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A facile approach to enhance antigen response for personalized cancer vaccination


Existing strategies to enhance peptide immunogenicity for cancer vaccination generally require direct peptide alteration, which, beyond practical issues, may impact peptide presentation and result in vaccine variability. Here, we report a simple adsorption approach using polyethyleneimine (PEI) in a mesoporous silica microrod (MSR) vaccine to enhance antigen immunogenicity. The MSR–PEI vaccine significantly enhanced host dendritic cell activation and T-cell response over the existing MSR vaccine and bolus vaccine formulations. Impressively, a single injection of the MSR–PEI vaccine using an E7 peptide completely eradicated large, established TC-1 tumours in about 80% of mice and generated immunological memory. When immunized with a pool of B16F10 or CT26 neoantigens, the MSR–PEI vaccine eradicated established lung metastases, controlled tumour growth and synergized with anti-CTLA4 therapy. Our findings from three independent tumour models suggest that the MSR-PEI vaccine approach may serve as a facile and powerful multi-antigen platform to enable robust personalized cancer vaccination.

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Fig. 1: PEI can be rapidly incorporated onto MSRs and leads to murine and human DC activation.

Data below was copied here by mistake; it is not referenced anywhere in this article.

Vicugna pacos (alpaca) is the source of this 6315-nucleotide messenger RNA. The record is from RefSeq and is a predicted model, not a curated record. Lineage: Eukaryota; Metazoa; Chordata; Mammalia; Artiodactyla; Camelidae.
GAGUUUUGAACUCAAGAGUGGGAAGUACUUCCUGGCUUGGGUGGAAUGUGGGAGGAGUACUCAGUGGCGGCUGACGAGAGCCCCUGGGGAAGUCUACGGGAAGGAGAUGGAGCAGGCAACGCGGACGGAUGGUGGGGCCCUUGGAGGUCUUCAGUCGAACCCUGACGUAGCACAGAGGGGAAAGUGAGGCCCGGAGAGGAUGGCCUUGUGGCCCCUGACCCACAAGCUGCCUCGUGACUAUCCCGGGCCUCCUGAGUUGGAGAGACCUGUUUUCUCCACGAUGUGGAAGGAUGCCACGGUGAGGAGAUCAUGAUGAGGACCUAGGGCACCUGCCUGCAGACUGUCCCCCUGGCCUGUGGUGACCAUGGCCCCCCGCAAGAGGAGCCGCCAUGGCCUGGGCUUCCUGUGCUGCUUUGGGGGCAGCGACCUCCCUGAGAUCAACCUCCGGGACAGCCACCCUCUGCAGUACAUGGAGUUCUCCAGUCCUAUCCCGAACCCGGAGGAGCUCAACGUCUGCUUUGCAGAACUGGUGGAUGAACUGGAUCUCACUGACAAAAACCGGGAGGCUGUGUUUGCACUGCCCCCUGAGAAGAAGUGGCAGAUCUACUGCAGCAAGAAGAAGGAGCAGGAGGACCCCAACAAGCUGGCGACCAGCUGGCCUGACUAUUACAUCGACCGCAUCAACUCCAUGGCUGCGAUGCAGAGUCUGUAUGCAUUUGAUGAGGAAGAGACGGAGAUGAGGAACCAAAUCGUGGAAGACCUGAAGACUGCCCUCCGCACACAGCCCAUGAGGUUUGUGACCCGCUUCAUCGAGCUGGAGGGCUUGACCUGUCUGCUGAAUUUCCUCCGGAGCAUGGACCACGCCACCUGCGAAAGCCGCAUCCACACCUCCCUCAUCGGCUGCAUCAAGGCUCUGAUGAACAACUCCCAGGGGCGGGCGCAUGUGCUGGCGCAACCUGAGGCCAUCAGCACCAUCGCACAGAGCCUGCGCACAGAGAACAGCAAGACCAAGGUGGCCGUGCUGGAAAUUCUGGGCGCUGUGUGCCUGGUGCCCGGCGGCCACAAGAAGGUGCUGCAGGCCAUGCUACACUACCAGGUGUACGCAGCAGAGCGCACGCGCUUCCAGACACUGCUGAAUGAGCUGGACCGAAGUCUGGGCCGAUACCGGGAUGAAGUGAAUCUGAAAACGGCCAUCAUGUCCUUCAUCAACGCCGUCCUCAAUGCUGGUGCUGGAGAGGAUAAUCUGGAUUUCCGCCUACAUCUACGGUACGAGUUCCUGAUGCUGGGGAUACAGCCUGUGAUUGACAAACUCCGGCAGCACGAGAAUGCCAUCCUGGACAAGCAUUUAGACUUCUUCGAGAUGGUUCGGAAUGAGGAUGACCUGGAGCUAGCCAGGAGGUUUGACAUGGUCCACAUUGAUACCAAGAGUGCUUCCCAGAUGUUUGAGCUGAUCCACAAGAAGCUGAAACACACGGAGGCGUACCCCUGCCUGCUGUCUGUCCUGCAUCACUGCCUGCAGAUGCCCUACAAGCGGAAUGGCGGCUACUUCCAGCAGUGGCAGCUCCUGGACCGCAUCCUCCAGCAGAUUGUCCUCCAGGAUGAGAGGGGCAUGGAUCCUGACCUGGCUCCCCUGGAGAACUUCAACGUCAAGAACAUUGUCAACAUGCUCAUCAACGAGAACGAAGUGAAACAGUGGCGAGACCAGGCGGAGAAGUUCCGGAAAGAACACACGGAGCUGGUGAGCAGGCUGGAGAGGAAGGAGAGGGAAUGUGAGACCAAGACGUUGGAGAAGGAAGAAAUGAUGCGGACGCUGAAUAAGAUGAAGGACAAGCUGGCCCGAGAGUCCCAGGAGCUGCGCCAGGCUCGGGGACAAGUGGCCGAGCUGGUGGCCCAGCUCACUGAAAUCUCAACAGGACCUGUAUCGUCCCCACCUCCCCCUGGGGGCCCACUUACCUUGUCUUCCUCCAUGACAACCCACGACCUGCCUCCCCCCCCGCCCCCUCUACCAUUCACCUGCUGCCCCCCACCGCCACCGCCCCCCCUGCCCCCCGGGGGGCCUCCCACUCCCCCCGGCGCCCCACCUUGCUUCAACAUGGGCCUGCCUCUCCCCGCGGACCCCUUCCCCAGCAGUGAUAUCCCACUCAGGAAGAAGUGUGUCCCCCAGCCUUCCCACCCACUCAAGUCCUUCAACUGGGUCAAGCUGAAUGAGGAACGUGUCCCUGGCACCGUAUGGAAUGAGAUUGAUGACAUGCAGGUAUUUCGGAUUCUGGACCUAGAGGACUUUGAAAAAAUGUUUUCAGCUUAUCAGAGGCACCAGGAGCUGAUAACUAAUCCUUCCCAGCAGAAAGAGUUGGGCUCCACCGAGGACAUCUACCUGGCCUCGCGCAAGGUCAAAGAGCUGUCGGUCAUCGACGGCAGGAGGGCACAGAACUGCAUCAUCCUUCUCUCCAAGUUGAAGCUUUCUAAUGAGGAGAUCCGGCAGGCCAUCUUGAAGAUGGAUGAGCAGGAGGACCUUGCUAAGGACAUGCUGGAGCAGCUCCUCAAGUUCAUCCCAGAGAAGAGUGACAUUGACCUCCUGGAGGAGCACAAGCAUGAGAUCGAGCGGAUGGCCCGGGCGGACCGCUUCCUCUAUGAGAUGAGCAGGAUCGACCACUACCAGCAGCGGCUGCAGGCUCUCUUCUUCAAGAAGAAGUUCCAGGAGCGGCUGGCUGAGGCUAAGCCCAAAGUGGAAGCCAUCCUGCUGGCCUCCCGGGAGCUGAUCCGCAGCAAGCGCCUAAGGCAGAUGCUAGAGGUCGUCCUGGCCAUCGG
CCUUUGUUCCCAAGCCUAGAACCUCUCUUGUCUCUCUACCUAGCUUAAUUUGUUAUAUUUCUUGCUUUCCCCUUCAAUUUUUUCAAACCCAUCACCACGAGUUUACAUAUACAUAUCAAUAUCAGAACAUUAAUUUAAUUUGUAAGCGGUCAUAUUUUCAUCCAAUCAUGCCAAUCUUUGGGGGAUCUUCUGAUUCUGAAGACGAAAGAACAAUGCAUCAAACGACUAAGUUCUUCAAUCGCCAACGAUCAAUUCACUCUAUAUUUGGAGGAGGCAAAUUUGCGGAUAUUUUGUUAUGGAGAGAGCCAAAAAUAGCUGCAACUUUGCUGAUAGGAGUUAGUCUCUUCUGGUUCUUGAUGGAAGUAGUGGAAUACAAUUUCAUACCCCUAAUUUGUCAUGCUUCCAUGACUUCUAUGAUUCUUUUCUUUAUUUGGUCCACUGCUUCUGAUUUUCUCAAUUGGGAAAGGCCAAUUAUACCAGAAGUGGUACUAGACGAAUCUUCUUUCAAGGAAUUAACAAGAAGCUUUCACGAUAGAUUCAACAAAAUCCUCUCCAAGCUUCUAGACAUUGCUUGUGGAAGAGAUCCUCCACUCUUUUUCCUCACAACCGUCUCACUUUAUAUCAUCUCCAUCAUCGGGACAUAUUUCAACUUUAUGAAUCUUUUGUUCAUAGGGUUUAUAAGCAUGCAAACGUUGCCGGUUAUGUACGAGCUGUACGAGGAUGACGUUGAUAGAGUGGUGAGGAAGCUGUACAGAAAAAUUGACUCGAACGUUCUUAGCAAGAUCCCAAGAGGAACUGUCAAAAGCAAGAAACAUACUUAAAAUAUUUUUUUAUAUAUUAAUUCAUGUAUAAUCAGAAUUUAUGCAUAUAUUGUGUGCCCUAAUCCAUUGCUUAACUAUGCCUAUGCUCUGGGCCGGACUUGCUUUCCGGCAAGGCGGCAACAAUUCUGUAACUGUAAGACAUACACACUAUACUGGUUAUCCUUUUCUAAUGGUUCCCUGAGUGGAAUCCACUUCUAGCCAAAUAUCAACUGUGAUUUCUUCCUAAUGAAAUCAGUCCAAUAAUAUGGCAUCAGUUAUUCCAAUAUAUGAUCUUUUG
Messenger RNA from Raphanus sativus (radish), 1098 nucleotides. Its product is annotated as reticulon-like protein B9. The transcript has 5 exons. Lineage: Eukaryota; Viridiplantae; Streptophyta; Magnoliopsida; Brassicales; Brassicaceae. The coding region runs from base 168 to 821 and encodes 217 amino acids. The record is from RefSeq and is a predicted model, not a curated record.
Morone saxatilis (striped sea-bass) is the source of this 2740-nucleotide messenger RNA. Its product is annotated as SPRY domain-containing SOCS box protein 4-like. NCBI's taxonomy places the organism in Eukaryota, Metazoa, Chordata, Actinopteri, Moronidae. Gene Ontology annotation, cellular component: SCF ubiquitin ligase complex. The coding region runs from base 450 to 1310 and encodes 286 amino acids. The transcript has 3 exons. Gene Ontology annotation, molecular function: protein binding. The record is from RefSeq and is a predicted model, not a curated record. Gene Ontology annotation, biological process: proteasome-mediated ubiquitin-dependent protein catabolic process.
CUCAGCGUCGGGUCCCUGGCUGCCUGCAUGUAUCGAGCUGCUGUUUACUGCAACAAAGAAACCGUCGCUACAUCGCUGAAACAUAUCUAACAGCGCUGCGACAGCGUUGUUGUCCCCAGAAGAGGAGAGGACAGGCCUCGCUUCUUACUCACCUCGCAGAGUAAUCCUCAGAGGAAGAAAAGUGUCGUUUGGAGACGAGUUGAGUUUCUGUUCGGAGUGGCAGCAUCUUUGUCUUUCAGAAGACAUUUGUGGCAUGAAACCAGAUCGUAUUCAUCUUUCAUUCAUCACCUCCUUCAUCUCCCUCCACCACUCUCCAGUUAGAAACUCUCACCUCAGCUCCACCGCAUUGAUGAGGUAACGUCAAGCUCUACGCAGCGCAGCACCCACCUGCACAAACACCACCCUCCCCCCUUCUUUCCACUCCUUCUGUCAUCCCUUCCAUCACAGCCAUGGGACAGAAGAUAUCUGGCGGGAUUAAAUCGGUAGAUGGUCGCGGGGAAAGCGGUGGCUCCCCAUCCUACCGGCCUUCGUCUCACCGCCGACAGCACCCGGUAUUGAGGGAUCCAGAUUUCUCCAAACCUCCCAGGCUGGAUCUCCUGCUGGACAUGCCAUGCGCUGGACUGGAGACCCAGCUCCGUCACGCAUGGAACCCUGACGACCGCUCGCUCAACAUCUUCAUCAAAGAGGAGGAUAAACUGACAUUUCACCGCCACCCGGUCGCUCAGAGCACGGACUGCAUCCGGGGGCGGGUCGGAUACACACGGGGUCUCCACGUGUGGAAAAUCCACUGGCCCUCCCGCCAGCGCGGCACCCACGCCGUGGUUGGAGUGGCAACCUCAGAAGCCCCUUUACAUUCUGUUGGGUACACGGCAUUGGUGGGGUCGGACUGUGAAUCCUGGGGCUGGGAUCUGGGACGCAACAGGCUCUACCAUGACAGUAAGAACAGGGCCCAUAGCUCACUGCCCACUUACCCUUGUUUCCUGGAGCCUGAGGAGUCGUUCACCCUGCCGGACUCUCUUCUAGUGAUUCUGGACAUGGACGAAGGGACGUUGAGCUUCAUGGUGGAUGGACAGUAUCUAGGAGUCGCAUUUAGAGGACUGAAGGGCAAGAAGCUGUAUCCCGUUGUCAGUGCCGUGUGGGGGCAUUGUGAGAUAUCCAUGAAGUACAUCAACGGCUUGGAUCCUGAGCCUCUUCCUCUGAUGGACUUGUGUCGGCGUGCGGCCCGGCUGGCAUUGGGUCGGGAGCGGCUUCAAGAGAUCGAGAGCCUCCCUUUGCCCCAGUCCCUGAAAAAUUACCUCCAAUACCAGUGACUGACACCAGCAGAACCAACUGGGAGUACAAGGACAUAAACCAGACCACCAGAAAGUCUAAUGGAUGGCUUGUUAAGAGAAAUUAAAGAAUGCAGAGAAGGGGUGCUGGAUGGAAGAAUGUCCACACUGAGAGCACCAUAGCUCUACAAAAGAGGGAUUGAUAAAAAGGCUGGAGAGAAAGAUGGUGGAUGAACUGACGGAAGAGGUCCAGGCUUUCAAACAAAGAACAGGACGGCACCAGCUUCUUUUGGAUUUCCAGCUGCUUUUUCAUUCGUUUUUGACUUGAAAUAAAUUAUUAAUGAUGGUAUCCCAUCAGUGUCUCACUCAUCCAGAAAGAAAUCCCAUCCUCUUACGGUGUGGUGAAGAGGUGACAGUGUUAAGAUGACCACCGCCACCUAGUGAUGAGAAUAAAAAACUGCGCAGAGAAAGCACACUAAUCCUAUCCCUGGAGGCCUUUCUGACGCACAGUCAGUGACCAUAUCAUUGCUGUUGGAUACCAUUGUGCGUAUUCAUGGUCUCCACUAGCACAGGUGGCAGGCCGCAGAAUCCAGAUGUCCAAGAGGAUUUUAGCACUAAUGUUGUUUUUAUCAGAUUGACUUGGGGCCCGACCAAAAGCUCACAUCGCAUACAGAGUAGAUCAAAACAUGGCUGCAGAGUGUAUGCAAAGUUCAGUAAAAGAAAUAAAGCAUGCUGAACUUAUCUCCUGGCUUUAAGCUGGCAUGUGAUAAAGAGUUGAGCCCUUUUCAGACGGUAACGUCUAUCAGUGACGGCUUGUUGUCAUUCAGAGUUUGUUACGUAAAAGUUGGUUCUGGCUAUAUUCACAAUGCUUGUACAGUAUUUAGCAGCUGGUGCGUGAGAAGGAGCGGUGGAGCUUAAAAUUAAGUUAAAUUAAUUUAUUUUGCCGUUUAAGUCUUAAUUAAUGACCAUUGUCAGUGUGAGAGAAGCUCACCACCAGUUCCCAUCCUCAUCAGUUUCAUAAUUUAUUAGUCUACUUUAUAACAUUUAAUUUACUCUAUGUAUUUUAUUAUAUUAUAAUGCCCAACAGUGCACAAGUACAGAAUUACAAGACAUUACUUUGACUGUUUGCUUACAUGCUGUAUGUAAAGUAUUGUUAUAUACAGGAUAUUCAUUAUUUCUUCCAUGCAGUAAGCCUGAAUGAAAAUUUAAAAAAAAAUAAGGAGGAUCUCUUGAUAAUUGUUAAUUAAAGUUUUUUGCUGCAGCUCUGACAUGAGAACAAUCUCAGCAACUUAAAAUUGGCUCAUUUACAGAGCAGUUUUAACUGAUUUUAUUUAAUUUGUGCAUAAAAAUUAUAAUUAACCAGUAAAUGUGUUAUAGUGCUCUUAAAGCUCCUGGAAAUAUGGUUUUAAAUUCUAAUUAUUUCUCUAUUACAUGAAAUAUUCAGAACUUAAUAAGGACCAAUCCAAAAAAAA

Fig. 2: MSR–PEI vaccine enhances DC activation and trafficking in situ.
Fig. 3: MSR–PEI vaccine enhances CD8 cytotoxic T-cell response against OVA.
Fig. 4: MSR–PEI vaccine enhances CD8 cytotoxic T-cell response against E7 and regresses established tumours.
Fig. 5: MSR–PEI vaccine enhances melanoma TIL effector function and induces tumour control and synergy with anti-CTLA4 therapy using combined B16 neoantigens.


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The authors would like to thank C. J. Wu (Dana Farber Cancer Institute) for providing the human neoantigen peptides. We are also grateful to G. Dranoff, C. S. Verbeke, G. J. Xu and A. S. Cheung for their helpful discussions and feedback on the manuscript. This work was supported by the National Institutes of Health (NIH) R01EB015498 and R01EB023287, the Melanoma Research Alliance Foundation, the National Science Foundation (NSF) Graduate Research Fellowship Program (AWL) and the Wyss Institute for Biologically Inspired Engineering.

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A.W.L. and D.J.M. conceived the study, designed the experiments and wrote the manuscript, A.W.L., M.C.S., S.B., Y.C., A.G., A.G.S., J.C.W., M.O.D. and T-Y.S. carried out the experiments. S.B. and K.W.W. designed and carried out the TIL experiments. Y.C. and J.K. designed and carried out the TEM and MSR pore analysis experiments. O.A.A. contributed to the study design.

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Correspondence to David J. Mooney.

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Li, A.W., Sobral, M.C., Badrinath, S. et al. A facile approach to enhance antigen response for personalized cancer vaccination. Nature Mater 17, 528–534 (2018).

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